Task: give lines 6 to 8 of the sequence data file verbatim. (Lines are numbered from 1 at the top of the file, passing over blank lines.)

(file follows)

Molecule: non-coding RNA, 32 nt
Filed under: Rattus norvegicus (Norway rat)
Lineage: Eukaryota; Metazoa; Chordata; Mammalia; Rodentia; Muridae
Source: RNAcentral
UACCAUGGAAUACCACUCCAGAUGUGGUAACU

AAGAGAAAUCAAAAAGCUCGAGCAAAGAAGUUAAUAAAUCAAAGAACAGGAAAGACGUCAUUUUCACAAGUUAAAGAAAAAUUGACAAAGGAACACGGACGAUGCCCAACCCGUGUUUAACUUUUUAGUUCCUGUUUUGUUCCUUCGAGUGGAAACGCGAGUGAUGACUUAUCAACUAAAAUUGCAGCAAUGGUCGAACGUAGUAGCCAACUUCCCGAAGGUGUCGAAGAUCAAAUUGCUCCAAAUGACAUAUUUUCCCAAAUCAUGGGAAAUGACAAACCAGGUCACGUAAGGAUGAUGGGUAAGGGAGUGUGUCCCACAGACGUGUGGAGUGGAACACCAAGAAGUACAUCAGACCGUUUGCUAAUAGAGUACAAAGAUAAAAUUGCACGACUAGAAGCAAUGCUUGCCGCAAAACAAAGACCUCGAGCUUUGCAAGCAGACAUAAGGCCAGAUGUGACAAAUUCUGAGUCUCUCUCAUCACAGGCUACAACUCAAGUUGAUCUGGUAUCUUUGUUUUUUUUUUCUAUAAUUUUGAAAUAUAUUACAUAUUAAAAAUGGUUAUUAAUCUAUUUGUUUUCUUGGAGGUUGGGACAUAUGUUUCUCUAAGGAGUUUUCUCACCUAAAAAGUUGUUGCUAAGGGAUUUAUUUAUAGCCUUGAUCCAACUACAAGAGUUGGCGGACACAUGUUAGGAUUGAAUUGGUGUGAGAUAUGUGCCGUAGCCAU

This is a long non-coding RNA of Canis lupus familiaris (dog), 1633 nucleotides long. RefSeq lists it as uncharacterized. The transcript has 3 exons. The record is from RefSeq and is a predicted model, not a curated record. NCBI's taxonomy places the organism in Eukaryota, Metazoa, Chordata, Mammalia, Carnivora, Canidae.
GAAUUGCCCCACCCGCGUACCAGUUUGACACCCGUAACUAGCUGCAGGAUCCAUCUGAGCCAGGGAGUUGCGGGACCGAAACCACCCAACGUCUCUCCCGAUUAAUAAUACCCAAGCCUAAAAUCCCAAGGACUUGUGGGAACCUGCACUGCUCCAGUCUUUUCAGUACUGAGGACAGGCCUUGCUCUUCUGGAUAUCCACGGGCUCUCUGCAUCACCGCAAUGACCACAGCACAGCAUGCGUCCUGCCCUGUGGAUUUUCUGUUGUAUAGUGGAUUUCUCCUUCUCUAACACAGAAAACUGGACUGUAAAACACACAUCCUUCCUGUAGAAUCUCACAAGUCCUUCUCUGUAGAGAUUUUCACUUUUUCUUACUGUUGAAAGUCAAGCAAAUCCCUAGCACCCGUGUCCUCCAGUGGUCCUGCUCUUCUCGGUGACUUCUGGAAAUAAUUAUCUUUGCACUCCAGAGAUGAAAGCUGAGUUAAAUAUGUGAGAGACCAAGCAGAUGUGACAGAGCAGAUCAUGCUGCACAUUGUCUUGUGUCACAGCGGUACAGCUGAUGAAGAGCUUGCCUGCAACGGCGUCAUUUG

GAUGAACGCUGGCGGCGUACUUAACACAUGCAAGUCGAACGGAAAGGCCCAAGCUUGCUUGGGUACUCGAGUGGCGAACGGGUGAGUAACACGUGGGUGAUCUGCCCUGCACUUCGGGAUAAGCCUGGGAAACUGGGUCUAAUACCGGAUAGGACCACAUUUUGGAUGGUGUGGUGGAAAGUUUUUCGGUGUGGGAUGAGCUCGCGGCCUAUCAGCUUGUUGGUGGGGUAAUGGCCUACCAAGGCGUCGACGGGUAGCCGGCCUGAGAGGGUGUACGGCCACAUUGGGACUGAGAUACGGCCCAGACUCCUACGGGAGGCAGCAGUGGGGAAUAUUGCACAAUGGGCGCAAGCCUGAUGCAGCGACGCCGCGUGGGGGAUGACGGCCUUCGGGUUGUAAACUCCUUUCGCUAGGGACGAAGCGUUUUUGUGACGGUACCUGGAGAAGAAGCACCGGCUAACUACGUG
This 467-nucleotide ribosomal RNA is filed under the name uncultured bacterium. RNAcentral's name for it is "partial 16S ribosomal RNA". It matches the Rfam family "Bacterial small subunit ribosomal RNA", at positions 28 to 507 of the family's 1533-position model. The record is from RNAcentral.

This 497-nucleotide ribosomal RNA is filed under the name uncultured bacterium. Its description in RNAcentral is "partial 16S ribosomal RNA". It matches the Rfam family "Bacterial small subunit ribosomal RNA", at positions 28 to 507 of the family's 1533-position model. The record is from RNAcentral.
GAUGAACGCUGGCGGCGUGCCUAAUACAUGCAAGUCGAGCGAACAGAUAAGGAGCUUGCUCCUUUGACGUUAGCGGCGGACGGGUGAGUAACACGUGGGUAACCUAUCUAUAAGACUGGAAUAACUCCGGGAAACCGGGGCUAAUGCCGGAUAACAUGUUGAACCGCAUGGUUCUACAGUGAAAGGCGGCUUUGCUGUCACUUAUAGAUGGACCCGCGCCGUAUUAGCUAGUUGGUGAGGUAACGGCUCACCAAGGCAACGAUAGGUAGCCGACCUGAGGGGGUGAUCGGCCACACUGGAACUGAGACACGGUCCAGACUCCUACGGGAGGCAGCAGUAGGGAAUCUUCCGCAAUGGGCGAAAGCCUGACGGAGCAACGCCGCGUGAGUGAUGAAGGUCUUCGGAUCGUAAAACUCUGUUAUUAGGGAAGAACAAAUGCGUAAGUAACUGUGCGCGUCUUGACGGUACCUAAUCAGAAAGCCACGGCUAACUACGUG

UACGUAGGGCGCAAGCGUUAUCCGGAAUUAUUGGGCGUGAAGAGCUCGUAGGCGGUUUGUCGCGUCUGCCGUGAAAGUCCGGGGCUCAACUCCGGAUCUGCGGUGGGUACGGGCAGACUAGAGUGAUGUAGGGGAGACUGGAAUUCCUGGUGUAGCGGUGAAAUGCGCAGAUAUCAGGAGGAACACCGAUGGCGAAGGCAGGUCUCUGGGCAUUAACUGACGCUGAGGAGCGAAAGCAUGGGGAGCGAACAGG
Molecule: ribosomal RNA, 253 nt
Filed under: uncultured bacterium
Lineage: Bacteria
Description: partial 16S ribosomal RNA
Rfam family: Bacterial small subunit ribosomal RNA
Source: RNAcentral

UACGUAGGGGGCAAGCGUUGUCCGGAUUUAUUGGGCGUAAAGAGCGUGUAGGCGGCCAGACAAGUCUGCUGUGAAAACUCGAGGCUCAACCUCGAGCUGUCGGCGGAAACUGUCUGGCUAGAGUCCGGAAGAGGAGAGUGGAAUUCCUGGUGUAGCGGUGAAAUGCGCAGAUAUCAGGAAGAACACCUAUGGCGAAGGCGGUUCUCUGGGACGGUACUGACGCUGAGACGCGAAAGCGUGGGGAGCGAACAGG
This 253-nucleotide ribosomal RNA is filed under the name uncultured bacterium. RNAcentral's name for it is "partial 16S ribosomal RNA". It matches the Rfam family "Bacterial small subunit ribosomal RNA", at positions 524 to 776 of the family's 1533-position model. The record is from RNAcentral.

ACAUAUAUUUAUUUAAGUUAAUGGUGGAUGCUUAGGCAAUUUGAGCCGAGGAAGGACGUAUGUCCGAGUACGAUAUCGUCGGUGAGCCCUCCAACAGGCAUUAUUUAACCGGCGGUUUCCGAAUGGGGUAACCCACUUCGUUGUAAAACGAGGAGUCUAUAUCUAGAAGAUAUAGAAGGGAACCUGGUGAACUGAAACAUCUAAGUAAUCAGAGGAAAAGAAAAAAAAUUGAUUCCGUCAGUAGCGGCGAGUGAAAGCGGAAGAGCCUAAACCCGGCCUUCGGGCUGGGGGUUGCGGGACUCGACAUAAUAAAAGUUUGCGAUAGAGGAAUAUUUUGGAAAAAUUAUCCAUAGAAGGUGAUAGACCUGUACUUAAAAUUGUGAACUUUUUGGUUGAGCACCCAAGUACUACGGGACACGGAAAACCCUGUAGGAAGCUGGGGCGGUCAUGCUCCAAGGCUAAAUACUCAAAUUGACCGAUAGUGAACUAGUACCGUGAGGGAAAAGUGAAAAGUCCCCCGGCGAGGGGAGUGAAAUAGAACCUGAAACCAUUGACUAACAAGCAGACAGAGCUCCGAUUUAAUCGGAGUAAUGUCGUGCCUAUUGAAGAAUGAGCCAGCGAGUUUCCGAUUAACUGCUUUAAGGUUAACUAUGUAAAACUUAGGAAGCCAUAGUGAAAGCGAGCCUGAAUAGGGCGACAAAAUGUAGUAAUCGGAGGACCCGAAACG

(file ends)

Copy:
AAGAGAAAUCAAAAAGCUCGAGCAAAGAAGUUAAUAAAUCAAAGAACAGGAAAGACGUCAUUUUCACAAGUUAAAGAAAAAUUGACAAAGGAACACGGACGAUGCCCAACCCGUGUUUAACUUUUUAGUUCCUGUUUUGUUCCUUCGAGUGGAAACGCGAGUGAUGACUUAUCAACUAAAAUUGCAGCAAUGGUCGAACGUAGUAGCCAACUUCCCGAAGGUGUCGAAGAUCAAAUUGCUCCAAAUGACAUAUUUUCCCAAAUCAUGGGAAAUGACAAACCAGGUCACGUAAGGAUGAUGGGUAAGGGAGUGUGUCCCACAGACGUGUGGAGUGGAACACCAAGAAGUACAUCAGACCGUUUGCUAAUAGAGUACAAAGAUAAAAUUGCACGACUAGAAGCAAUGCUUGCCGCAAAACAAAGACCUCGAGCUUUGCAAGCAGACAUAAGGCCAGAUGUGACAAAUUCUGAGUCUCUCUCAUCACAGGCUACAACUCAAGUUGAUCUGGUAUCUUUGUUUUUUUUUUCUAUAAUUUUGAAAUAUAUUACAUAUUAAAAAUGGUUAUUAAUCUAUUUGUUUUCUUGGAGGUUGGGACAUAUGUUUCUCUAAGGAGUUUUCUCACCUAAAAAGUUGUUGCUAAGGGAUUUAUUUAUAGCCUUGAUCCAACUACAAGAGUUGGCGGACACAUGUUAGGAUUGAAUUGGUGUGAGAUAUGUGCCGUAGCCAU

This is a long non-coding RNA of Canis lupus familiaris (dog), 1633 nucleotides long. RefSeq lists it as uncharacterized. The transcript has 3 exons. The record is from RefSeq and is a predicted model, not a curated record. NCBI's taxonomy places the organism in Eukaryota, Metazoa, Chordata, Mammalia, Carnivora, Canidae.
GAAUUGCCCCACCCGCGUACCAGUUUGACACCCGUAACUAGCUGCAGGAUCCAUCUGAGCCAGGGAGUUGCGGGACCGAAACCACCCAACGUCUCUCCCGAUUAAUAAUACCCAAGCCUAAAAUCCCAAGGACUUGUGGGAACCUGCACUGCUCCAGUCUUUUCAGUACUGAGGACAGGCCUUGCUCUUCUGGAUAUCCACGGGCUCUCUGCAUCACCGCAAUGACCACAGCACAGCAUGCGUCCUGCCCUGUGGAUUUUCUGUUGUAUAGUGGAUUUCUCCUUCUCUAACACAGAAAACUGGACUGUAAAACACACAUCCUUCCUGUAGAAUCUCACAAGUCCUUCUCUGUAGAGAUUUUCACUUUUUCUUACUGUUGAAAGUCAAGCAAAUCCCUAGCACCCGUGUCCUCCAGUGGUCCUGCUCUUCUCGGUGACUUCUGGAAAUAAUUAUCUUUGCACUCCAGAGAUGAAAGCUGAGUUAAAUAUGUGAGAGACCAAGCAGAUGUGACAGAGCAGAUCAUGCUGCACAUUGUCUUGUGUCACAGCGGUACAGCUGAUGAAGAGCUUGCCUGCAACGGCGUCAUUUG